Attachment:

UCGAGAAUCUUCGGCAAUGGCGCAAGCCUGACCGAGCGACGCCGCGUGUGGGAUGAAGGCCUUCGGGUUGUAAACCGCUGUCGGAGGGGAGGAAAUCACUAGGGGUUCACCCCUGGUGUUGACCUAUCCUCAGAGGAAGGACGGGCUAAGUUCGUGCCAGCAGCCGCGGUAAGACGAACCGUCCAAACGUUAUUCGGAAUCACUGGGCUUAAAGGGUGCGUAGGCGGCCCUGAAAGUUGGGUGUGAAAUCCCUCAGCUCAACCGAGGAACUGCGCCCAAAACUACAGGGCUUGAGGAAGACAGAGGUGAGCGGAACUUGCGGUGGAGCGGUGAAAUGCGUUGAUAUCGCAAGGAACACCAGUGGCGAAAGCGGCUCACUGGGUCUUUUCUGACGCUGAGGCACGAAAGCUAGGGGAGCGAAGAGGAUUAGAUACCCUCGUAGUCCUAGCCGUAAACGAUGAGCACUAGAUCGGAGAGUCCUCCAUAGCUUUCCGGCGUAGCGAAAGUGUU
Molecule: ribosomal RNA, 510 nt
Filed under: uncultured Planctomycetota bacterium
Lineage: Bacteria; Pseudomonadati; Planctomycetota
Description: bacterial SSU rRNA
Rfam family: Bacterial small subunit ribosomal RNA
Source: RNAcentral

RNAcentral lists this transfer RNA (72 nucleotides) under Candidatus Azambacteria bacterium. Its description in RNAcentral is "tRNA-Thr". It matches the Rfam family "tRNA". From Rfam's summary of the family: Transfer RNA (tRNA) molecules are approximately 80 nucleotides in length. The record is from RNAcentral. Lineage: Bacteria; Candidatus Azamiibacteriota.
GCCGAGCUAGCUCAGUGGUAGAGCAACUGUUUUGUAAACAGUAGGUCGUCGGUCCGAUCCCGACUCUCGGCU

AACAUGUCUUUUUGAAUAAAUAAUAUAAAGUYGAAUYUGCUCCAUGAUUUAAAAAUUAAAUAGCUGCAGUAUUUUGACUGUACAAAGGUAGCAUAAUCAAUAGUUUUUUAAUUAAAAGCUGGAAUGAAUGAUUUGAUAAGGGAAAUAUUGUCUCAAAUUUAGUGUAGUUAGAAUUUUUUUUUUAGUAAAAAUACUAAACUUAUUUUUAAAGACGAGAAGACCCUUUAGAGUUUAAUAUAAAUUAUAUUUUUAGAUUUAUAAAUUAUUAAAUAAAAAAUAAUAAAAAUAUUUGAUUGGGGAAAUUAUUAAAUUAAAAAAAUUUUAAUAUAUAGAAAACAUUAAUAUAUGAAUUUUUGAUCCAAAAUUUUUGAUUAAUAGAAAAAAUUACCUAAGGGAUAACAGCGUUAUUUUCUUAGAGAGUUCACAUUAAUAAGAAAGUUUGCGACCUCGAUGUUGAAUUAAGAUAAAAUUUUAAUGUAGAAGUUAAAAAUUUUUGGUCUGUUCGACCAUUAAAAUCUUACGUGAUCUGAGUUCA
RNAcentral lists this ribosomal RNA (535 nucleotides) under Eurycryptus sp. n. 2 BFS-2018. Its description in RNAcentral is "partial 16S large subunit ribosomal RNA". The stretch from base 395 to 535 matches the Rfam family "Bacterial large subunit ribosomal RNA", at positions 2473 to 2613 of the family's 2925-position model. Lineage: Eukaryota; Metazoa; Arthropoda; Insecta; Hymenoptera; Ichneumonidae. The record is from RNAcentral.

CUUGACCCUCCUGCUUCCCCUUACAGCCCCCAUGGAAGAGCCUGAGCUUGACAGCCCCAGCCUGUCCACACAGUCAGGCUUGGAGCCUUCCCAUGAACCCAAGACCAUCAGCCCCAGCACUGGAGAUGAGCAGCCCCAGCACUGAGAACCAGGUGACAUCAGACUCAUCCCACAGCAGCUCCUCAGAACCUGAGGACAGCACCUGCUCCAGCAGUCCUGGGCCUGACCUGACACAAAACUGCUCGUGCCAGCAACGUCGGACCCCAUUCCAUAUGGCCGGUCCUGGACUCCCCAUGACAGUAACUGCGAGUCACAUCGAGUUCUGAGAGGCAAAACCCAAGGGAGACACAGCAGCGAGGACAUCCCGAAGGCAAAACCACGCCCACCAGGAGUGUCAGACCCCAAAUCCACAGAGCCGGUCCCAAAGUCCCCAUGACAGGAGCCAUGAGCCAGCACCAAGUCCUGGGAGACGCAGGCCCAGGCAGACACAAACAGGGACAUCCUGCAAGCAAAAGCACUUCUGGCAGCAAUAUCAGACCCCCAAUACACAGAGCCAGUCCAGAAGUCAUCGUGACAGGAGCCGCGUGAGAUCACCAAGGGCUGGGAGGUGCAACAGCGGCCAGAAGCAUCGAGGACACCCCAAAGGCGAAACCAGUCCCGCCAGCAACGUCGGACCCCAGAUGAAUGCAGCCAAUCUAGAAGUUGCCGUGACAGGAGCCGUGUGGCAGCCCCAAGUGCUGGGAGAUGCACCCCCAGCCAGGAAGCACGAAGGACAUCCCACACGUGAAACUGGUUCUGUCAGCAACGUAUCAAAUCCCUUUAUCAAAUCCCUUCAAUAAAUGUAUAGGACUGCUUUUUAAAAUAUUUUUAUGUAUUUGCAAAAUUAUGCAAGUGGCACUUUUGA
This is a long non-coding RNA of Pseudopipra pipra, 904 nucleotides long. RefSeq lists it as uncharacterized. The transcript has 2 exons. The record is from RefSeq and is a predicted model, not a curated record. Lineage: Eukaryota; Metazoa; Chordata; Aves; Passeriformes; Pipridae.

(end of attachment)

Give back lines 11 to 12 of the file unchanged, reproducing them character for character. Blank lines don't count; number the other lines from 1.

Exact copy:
RNAcentral lists this ribosomal RNA (535 nucleotides) under Eurycryptus sp. n. 2 BFS-2018. Its description in RNAcentral is "partial 16S large subunit ribosomal RNA". The stretch from base 395 to 535 matches the Rfam family "Bacterial large subunit ribosomal RNA", at positions 2473 to 2613 of the family's 2925-position model. Lineage: Eukaryota; Metazoa; Arthropoda; Insecta; Hymenoptera; Ichneumonidae. The record is from RNAcentral.

CUUGACCCUCCUGCUUCCCCUUACAGCCCCCAUGGAAGAGCCUGAGCUUGACAGCCCCAGCCUGUCCACACAGUCAGGCUUGGAGCCUUCCCAUGAACCCAAGACCAUCAGCCCCAGCACUGGAGAUGAGCAGCCCCAGCACUGAGAACCAGGUGACAUCAGACUCAUCCCACAGCAGCUCCUCAGAACCUGAGGACAGCACCUGCUCCAGCAGUCCUGGGCCUGACCUGACACAAAACUGCUCGUGCCAGCAACGUCGGACCCCAUUCCAUAUGGCCGGUCCUGGACUCCCCAUGACAGUAACUGCGAGUCACAUCGAGUUCUGAGAGGCAAAACCCAAGGGAGACACAGCAGCGAGGACAUCCCGAAGGCAAAACCACGCCCACCAGGAGUGUCAGACCCCAAAUCCACAGAGCCGGUCCCAAAGUCCCCAUGACAGGAGCCAUGAGCCAGCACCAAGUCCUGGGAGACGCAGGCCCAGGCAGACACAAACAGGGACAUCCUGCAAGCAAAAGCACUUCUGGCAGCAAUAUCAGACCCCCAAUACACAGAGCCAGUCCAGAAGUCAUCGUGACAGGAGCCGCGUGAGAUCACCAAGGGCUGGGAGGUGCAACAGCGGCCAGAAGCAUCGAGGACACCCCAAAGGCGAAACCAGUCCCGCCAGCAACGUCGGACCCCAGAUGAAUGCAGCCAAUCUAGAAGUUGCCGUGACAGGAGCCGUGUGGCAGCCCCAAGUGCUGGGAGAUGCACCCCCAGCCAGGAAGCACGAAGGACAUCCCACACGUGAAACUGGUUCUGUCAGCAACGUAUCAAAUCCCUUUAUCAAAUCCCUUCAAUAAAUGUAUAGGACUGCUUUUUAAAAUAUUUUUAUGUAUUUGCAAAAUUAUGCAAGUGGCACUUUUGA